Abstract: The meaning of a word is more than definition. The comprehension of the words "love" or "death" entails a deep understanding of the social and emotional implications, as wells as contextual and motivational significance. In this dissertation, we explore the neuroscience of how emotional content, local context, and task demands influence word processing. In chapter I, we describe analytic... read moreapproaches to these questions that model word processing as the convergence of the particulars of the item, the comprehender, and context. In chapter II, we apply these techniques to investigate how the semantic processing of infrequent words is facilitated if that word is also highly emotional, regardless of whether attention is oriented towards semantic features or emotional features. In chapter III, we present two experiments that investigate the role of valence in semantic processing by implementing a full cross of semantic priming and affective priming, finding radically different patterns of effects that suggest the two may rely on distinct mechanisms. And in chapter IV, we investigate how the semantic priming effect adapts to the local context as participants implicitly learn the statistical contingencies, using a novel trial-by-trial adaptation analysis that shows the evolution of the semantic priming effect through time. Overall, these data suggest that semantic processing is fundamentally supported by all pertinent knowledge, including knowledge of emotional significance and implicit contextual expectations. Language comprehension is as richly textured as the comprehenders.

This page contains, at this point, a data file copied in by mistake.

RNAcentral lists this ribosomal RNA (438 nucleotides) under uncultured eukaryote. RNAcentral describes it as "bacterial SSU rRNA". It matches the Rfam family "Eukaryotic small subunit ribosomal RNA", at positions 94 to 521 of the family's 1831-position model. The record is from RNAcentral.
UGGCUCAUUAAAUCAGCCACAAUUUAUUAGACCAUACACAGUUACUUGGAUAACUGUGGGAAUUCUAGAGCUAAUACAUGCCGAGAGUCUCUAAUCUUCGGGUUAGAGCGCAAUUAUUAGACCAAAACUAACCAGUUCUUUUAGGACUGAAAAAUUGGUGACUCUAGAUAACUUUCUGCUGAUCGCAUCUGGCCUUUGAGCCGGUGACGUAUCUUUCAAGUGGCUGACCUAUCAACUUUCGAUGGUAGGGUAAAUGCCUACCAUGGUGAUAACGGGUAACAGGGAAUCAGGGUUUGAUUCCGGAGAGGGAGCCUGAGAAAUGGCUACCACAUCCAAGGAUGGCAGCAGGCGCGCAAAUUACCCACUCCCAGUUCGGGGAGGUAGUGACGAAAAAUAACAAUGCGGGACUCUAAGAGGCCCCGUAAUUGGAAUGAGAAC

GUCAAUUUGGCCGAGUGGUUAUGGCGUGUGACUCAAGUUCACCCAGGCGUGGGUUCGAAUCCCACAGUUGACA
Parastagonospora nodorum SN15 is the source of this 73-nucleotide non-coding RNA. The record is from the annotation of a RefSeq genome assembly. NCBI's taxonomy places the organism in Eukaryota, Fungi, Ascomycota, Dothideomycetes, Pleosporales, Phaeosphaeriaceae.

Thesis (Ph.D.)--Tufts University, 2016.
Submitted to the Dept. of Psychology.
Advisor: Gina Kuperberg.
Committee: Gina Kuperberg, Heather Urry, Meredith Brown, and Eddie Wlotko.
Keywords: Neurosciences, and Cognitive psychology.read less